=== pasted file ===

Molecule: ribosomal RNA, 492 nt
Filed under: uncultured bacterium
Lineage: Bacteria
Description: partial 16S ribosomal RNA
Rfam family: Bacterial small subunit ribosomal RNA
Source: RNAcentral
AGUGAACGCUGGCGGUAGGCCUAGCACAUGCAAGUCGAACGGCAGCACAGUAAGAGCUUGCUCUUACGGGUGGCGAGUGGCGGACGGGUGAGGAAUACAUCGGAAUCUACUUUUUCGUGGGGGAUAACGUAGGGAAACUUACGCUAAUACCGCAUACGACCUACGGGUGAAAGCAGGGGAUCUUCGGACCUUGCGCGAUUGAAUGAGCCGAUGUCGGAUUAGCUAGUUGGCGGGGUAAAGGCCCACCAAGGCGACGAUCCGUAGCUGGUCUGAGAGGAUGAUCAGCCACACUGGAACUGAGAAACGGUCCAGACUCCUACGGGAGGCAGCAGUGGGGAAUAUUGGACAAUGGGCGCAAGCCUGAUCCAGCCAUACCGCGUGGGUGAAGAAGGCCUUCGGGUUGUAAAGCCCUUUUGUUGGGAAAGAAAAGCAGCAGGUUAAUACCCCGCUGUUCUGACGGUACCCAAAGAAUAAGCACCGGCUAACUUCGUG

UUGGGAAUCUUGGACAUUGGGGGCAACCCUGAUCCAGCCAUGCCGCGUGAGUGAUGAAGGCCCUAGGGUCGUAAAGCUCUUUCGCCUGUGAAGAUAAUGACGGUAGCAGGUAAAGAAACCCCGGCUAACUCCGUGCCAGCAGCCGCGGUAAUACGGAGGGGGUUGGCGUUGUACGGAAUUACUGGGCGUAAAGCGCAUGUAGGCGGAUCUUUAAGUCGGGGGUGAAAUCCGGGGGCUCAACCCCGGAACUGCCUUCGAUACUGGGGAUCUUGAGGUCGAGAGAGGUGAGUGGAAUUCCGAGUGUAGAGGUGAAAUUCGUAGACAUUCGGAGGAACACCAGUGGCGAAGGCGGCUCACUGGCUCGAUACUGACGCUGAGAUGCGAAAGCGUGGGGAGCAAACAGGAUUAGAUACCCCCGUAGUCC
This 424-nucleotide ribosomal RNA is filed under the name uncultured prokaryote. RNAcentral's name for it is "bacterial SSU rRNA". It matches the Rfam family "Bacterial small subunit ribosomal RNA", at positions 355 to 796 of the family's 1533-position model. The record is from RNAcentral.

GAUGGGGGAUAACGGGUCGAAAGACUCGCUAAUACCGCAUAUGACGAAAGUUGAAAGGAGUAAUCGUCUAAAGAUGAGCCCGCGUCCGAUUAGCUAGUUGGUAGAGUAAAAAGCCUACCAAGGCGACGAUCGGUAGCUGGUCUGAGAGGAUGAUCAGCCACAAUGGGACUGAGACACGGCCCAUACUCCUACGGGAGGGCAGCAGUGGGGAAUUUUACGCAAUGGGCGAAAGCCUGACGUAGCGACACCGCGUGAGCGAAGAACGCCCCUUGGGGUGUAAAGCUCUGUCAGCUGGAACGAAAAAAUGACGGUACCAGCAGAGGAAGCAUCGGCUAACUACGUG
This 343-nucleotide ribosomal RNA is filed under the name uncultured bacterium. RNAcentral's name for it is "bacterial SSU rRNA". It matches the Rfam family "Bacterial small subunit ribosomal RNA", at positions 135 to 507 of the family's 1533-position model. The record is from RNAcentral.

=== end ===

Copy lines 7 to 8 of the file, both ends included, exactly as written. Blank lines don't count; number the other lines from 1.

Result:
AGUGAACGCUGGCGGUAGGCCUAGCACAUGCAAGUCGAACGGCAGCACAGUAAGAGCUUGCUCUUACGGGUGGCGAGUGGCGGACGGGUGAGGAAUACAUCGGAAUCUACUUUUUCGUGGGGGAUAACGUAGGGAAACUUACGCUAAUACCGCAUACGACCUACGGGUGAAAGCAGGGGAUCUUCGGACCUUGCGCGAUUGAAUGAGCCGAUGUCGGAUUAGCUAGUUGGCGGGGUAAAGGCCCACCAAGGCGACGAUCCGUAGCUGGUCUGAGAGGAUGAUCAGCCACACUGGAACUGAGAAACGGUCCAGACUCCUACGGGAGGCAGCAGUGGGGAAUAUUGGACAAUGGGCGCAAGCCUGAUCCAGCCAUACCGCGUGGGUGAAGAAGGCCUUCGGGUUGUAAAGCCCUUUUGUUGGGAAAGAAAAGCAGCAGGUUAAUACCCCGCUGUUCUGACGGUACCCAAAGAAUAAGCACCGGCUAACUUCGUG

UUGGGAAUCUUGGACAUUGGGGGCAACCCUGAUCCAGCCAUGCCGCGUGAGUGAUGAAGGCCCUAGGGUCGUAAAGCUCUUUCGCCUGUGAAGAUAAUGACGGUAGCAGGUAAAGAAACCCCGGCUAACUCCGUGCCAGCAGCCGCGGUAAUACGGAGGGGGUUGGCGUUGUACGGAAUUACUGGGCGUAAAGCGCAUGUAGGCGGAUCUUUAAGUCGGGGGUGAAAUCCGGGGGCUCAACCCCGGAACUGCCUUCGAUACUGGGGAUCUUGAGGUCGAGAGAGGUGAGUGGAAUUCCGAGUGUAGAGGUGAAAUUCGUAGACAUUCGGAGGAACACCAGUGGCGAAGGCGGCUCACUGGCUCGAUACUGACGCUGAGAUGCGAAAGCGUGGGGAGCAAACAGGAUUAGAUACCCCCGUAGUCC